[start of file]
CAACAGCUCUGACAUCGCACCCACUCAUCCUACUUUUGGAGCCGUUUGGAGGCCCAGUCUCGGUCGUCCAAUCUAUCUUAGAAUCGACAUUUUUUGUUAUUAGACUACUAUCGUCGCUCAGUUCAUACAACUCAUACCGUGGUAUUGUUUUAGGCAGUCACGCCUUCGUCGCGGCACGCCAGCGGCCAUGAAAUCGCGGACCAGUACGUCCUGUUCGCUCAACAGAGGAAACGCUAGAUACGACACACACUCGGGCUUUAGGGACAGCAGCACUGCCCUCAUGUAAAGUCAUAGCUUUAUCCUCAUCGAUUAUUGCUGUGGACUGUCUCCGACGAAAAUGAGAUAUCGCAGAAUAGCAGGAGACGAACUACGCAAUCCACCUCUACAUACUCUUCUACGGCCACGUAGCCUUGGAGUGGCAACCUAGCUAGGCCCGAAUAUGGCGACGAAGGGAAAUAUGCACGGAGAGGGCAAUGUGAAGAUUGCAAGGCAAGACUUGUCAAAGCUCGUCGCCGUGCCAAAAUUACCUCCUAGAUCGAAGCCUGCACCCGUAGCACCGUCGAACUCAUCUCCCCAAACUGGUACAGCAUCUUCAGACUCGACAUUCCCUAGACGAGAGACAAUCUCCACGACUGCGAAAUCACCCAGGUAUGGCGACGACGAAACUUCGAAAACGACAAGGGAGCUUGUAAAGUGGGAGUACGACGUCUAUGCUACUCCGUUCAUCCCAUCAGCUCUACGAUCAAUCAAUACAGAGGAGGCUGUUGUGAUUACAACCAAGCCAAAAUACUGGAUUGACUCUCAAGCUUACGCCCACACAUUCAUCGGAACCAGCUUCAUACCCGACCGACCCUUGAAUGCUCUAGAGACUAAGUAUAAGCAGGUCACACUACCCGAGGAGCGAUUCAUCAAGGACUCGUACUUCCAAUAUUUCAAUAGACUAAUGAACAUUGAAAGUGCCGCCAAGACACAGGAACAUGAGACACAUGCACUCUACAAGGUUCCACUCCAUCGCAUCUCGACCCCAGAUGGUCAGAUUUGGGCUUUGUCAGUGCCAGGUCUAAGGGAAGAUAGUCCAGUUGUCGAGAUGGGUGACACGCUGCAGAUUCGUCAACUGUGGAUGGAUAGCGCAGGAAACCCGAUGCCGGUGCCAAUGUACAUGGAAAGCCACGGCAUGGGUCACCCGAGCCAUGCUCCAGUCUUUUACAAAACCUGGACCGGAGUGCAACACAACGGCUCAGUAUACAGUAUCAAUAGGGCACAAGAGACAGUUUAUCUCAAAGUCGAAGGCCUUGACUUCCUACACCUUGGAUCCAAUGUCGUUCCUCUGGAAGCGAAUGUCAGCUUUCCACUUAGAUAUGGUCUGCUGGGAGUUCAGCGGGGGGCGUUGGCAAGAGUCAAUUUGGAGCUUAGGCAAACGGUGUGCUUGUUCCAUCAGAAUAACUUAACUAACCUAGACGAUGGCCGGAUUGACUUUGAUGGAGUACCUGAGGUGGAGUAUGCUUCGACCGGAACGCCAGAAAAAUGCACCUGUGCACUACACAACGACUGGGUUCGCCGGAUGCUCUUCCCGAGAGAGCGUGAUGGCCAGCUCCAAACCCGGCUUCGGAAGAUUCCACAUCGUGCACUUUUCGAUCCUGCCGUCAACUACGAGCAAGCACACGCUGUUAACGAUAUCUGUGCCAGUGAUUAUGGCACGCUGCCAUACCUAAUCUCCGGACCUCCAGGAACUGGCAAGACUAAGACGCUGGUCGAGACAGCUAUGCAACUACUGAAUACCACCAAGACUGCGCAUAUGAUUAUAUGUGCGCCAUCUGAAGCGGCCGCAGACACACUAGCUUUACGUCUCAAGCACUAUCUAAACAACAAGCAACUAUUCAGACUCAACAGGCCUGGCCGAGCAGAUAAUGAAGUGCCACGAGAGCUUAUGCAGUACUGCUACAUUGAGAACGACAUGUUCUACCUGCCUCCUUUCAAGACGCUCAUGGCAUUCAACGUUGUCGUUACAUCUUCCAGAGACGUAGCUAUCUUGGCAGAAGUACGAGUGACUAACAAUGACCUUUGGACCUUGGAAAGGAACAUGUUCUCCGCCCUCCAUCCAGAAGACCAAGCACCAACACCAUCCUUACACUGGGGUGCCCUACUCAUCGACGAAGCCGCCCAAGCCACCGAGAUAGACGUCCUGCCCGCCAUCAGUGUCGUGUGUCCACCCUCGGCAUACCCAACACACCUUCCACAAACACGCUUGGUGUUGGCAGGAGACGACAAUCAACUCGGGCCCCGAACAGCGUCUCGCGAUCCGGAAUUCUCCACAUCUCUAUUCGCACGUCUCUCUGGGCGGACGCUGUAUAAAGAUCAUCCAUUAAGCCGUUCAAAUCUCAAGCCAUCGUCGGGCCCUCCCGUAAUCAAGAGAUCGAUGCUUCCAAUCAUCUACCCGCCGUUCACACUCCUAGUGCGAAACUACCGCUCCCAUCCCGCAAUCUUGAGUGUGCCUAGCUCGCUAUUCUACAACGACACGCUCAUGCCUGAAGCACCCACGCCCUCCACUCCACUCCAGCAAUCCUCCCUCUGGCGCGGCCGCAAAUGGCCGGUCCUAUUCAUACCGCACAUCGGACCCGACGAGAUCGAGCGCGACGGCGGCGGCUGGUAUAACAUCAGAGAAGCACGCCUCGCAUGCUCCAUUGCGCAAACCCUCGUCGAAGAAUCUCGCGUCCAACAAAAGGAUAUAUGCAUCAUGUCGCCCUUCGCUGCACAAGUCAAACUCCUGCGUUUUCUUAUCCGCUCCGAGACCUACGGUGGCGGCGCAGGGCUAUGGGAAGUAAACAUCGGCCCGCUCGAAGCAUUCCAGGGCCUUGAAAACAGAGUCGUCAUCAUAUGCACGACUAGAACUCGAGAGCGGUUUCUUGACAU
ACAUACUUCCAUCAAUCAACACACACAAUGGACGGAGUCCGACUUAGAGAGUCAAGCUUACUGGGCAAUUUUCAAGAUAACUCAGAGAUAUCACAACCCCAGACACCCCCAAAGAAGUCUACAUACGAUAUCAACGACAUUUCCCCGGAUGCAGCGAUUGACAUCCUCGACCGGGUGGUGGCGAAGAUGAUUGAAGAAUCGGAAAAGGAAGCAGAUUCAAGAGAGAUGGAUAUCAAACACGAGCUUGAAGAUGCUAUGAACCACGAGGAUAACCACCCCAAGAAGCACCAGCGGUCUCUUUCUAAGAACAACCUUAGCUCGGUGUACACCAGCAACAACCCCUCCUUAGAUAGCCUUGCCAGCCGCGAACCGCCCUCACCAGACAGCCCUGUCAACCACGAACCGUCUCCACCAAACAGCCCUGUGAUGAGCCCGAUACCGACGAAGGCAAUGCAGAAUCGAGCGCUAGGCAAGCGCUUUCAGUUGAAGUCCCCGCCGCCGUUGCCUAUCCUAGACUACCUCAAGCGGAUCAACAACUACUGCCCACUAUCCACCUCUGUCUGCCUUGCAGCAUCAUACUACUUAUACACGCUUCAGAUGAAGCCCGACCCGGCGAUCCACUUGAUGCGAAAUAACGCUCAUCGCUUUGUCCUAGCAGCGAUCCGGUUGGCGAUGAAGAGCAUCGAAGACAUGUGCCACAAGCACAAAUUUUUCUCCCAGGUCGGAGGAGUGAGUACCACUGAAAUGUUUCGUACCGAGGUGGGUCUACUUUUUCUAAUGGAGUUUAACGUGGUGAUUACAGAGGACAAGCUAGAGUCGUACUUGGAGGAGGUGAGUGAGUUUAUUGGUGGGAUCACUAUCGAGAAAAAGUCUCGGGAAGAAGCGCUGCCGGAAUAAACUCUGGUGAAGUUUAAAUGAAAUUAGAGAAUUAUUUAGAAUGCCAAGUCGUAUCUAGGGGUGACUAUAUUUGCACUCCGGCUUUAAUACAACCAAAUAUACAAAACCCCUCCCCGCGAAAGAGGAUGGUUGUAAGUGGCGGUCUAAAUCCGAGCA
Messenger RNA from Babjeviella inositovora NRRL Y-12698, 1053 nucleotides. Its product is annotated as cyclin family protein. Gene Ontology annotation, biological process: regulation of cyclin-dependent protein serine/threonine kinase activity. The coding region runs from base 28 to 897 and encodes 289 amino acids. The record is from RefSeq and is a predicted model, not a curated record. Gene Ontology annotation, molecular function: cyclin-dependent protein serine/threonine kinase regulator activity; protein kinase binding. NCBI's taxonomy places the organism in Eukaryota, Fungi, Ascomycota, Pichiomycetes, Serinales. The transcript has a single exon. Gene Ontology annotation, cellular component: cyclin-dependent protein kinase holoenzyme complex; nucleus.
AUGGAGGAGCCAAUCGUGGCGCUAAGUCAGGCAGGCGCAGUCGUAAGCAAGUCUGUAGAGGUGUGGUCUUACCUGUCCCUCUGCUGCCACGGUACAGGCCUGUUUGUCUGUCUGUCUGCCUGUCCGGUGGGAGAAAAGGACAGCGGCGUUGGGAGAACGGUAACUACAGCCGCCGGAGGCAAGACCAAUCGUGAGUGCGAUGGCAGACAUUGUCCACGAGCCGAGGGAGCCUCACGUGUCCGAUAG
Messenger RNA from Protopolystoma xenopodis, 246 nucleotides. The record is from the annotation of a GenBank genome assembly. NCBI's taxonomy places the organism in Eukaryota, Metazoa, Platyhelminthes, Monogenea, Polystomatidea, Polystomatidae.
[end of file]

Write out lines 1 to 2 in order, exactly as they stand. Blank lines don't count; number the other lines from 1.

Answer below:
CAACAGCUCUGACAUCGCACCCACUCAUCCUACUUUUGGAGCCGUUUGGAGGCCCAGUCUCGGUCGUCCAAUCUAUCUUAGAAUCGACAUUUUUUGUUAUUAGACUACUAUCGUCGCUCAGUUCAUACAACUCAUACCGUGGUAUUGUUUUAGGCAGUCACGCCUUCGUCGCGGCACGCCAGCGGCCAUGAAAUCGCGGACCAGUACGUCCUGUUCGCUCAACAGAGGAAACGCUAGAUACGACACACACUCGGGCUUUAGGGACAGCAGCACUGCCCUCAUGUAAAGUCAUAGCUUUAUCCUCAUCGAUUAUUGCUGUGGACUGUCUCCGACGAAAAUGAGAUAUCGCAGAAUAGCAGGAGACGAACUACGCAAUCCACCUCUACAUACUCUUCUACGGCCACGUAGCCUUGGAGUGGCAACCUAGCUAGGCCCGAAUAUGGCGACGAAGGGAAAUAUGCACGGAGAGGGCAAUGUGAAGAUUGCAAGGCAAGACUUGUCAAAGCUCGUCGCCGUGCCAAAAUUACCUCCUAGAUCGAAGCCUGCACCCGUAGCACCGUCGAACUCAUCUCCCCAAACUGGUACAGCAUCUUCAGACUCGACAUUCCCUAGACGAGAGACAAUCUCCACGACUGCGAAAUCACCCAGGUAUGGCGACGACGAAACUUCGAAAACGACAAGGGAGCUUGUAAAGUGGGAGUACGACGUCUAUGCUACUCCGUUCAUCCCAUCAGCUCUACGAUCAAUCAAUACAGAGGAGGCUGUUGUGAUUACAACCAAGCCAAAAUACUGGAUUGACUCUCAAGCUUACGCCCACACAUUCAUCGGAACCAGCUUCAUACCCGACCGACCCUUGAAUGCUCUAGAGACUAAGUAUAAGCAGGUCACACUACCCGAGGAGCGAUUCAUCAAGGACUCGUACUUCCAAUAUUUCAAUAGACUAAUGAACAUUGAAAGUGCCGCCAAGACACAGGAACAUGAGACACAUGCACUCUACAAGGUUCCACUCCAUCGCAUCUCGACCCCAGAUGGUCAGAUUUGGGCUUUGUCAGUGCCAGGUCUAAGGGAAGAUAGUCCAGUUGUCGAGAUGGGUGACACGCUGCAGAUUCGUCAACUGUGGAUGGAUAGCGCAGGAAACCCGAUGCCGGUGCCAAUGUACAUGGAAAGCCACGGCAUGGGUCACCCGAGCCAUGCUCCAGUCUUUUACAAAACCUGGACCGGAGUGCAACACAACGGCUCAGUAUACAGUAUCAAUAGGGCACAAGAGACAGUUUAUCUCAAAGUCGAAGGCCUUGACUUCCUACACCUUGGAUCCAAUGUCGUUCCUCUGGAAGCGAAUGUCAGCUUUCCACUUAGAUAUGGUCUGCUGGGAGUUCAGCGGGGGGCGUUGGCAAGAGUCAAUUUGGAGCUUAGGCAAACGGUGUGCUUGUUCCAUCAGAAUAACUUAACUAACCUAGACGAUGGCCGGAUUGACUUUGAUGGAGUACCUGAGGUGGAGUAUGCUUCGACCGGAACGCCAGAAAAAUGCACCUGUGCACUACACAACGACUGGGUUCGCCGGAUGCUCUUCCCGAGAGAGCGUGAUGGCCAGCUCCAAACCCGGCUUCGGAAGAUUCCACAUCGUGCACUUUUCGAUCCUGCCGUCAACUACGAGCAAGCACACGCUGUUAACGAUAUCUGUGCCAGUGAUUAUGGCACGCUGCCAUACCUAAUCUCCGGACCUCCAGGAACUGGCAAGACUAAGACGCUGGUCGAGACAGCUAUGCAACUACUGAAUACCACCAAGACUGCGCAUAUGAUUAUAUGUGCGCCAUCUGAAGCGGCCGCAGACACACUAGCUUUACGUCUCAAGCACUAUCUAAACAACAAGCAACUAUUCAGACUCAACAGGCCUGGCCGAGCAGAUAAUGAAGUGCCACGAGAGCUUAUGCAGUACUGCUACAUUGAGAACGACAUGUUCUACCUGCCUCCUUUCAAGACGCUCAUGGCAUUCAACGUUGUCGUUACAUCUUCCAGAGACGUAGCUAUCUUGGCAGAAGUACGAGUGACUAACAAUGACCUUUGGACCUUGGAAAGGAACAUGUUCUCCGCCCUCCAUCCAGAAGACCAAGCACCAACACCAUCCUUACACUGGGGUGCCCUACUCAUCGACGAAGCCGCCCAAGCCACCGAGAUAGACGUCCUGCCCGCCAUCAGUGUCGUGUGUCCACCCUCGGCAUACCCAACACACCUUCCACAAACACGCUUGGUGUUGGCAGGAGACGACAAUCAACUCGGGCCCCGAACAGCGUCUCGCGAUCCGGAAUUCUCCACAUCUCUAUUCGCACGUCUCUCUGGGCGGACGCUGUAUAAAGAUCAUCCAUUAAGCCGUUCAAAUCUCAAGCCAUCGUCGGGCCCUCCCGUAAUCAAGAGAUCGAUGCUUCCAAUCAUCUACCCGCCGUUCACACUCCUAGUGCGAAACUACCGCUCCCAUCCCGCAAUCUUGAGUGUGCCUAGCUCGCUAUUCUACAACGACACGCUCAUGCCUGAAGCACCCACGCCCUCCACUCCACUCCAGCAAUCCUCCCUCUGGCGCGGCCGCAAAUGGCCGGUCCUAUUCAUACCGCACAUCGGACCCGACGAGAUCGAGCGCGACGGCGGCGGCUGGUAUAACAUCAGAGAAGCACGCCUCGCAUGCUCCAUUGCGCAAACCCUCGUCGAAGAAUCUCGCGUCCAACAAAAGGAUAUAUGCAUCAUGUCGCCCUUCGCUGCACAAGUCAAACUCCUGCGUUUUCUUAUCCGCUCCGAGACCUACGGUGGCGGCGCAGGGCUAUGGGAAGUAAACAUCGGCCCGCUCGAAGCAUUCCAGGGCCUUGAAAACAGAGUCGUCAUCAUAUGCACGACUAGAACUCGAGAGCGGUUUCUUGACAU
ACAUACUUCCAUCAAUCAACACACACAAUGGACGGAGUCCGACUUAGAGAGUCAAGCUUACUGGGCAAUUUUCAAGAUAACUCAGAGAUAUCACAACCCCAGACACCCCCAAAGAAGUCUACAUACGAUAUCAACGACAUUUCCCCGGAUGCAGCGAUUGACAUCCUCGACCGGGUGGUGGCGAAGAUGAUUGAAGAAUCGGAAAAGGAAGCAGAUUCAAGAGAGAUGGAUAUCAAACACGAGCUUGAAGAUGCUAUGAACCACGAGGAUAACCACCCCAAGAAGCACCAGCGGUCUCUUUCUAAGAACAACCUUAGCUCGGUGUACACCAGCAACAACCCCUCCUUAGAUAGCCUUGCCAGCCGCGAACCGCCCUCACCAGACAGCCCUGUCAACCACGAACCGUCUCCACCAAACAGCCCUGUGAUGAGCCCGAUACCGACGAAGGCAAUGCAGAAUCGAGCGCUAGGCAAGCGCUUUCAGUUGAAGUCCCCGCCGCCGUUGCCUAUCCUAGACUACCUCAAGCGGAUCAACAACUACUGCCCACUAUCCACCUCUGUCUGCCUUGCAGCAUCAUACUACUUAUACACGCUUCAGAUGAAGCCCGACCCGGCGAUCCACUUGAUGCGAAAUAACGCUCAUCGCUUUGUCCUAGCAGCGAUCCGGUUGGCGAUGAAGAGCAUCGAAGACAUGUGCCACAAGCACAAAUUUUUCUCCCAGGUCGGAGGAGUGAGUACCACUGAAAUGUUUCGUACCGAGGUGGGUCUACUUUUUCUAAUGGAGUUUAACGUGGUGAUUACAGAGGACAAGCUAGAGUCGUACUUGGAGGAGGUGAGUGAGUUUAUUGGUGGGAUCACUAUCGAGAAAAAGUCUCGGGAAGAAGCGCUGCCGGAAUAAACUCUGGUGAAGUUUAAAUGAAAUUAGAGAAUUAUUUAGAAUGCCAAGUCGUAUCUAGGGGUGACUAUAUUUGCACUCCGGCUUUAAUACAACCAAAUAUACAAAACCCCUCCCCGCGAAAGAGGAUGGUUGUAAGUGGCGGUCUAAAUCCGAGCA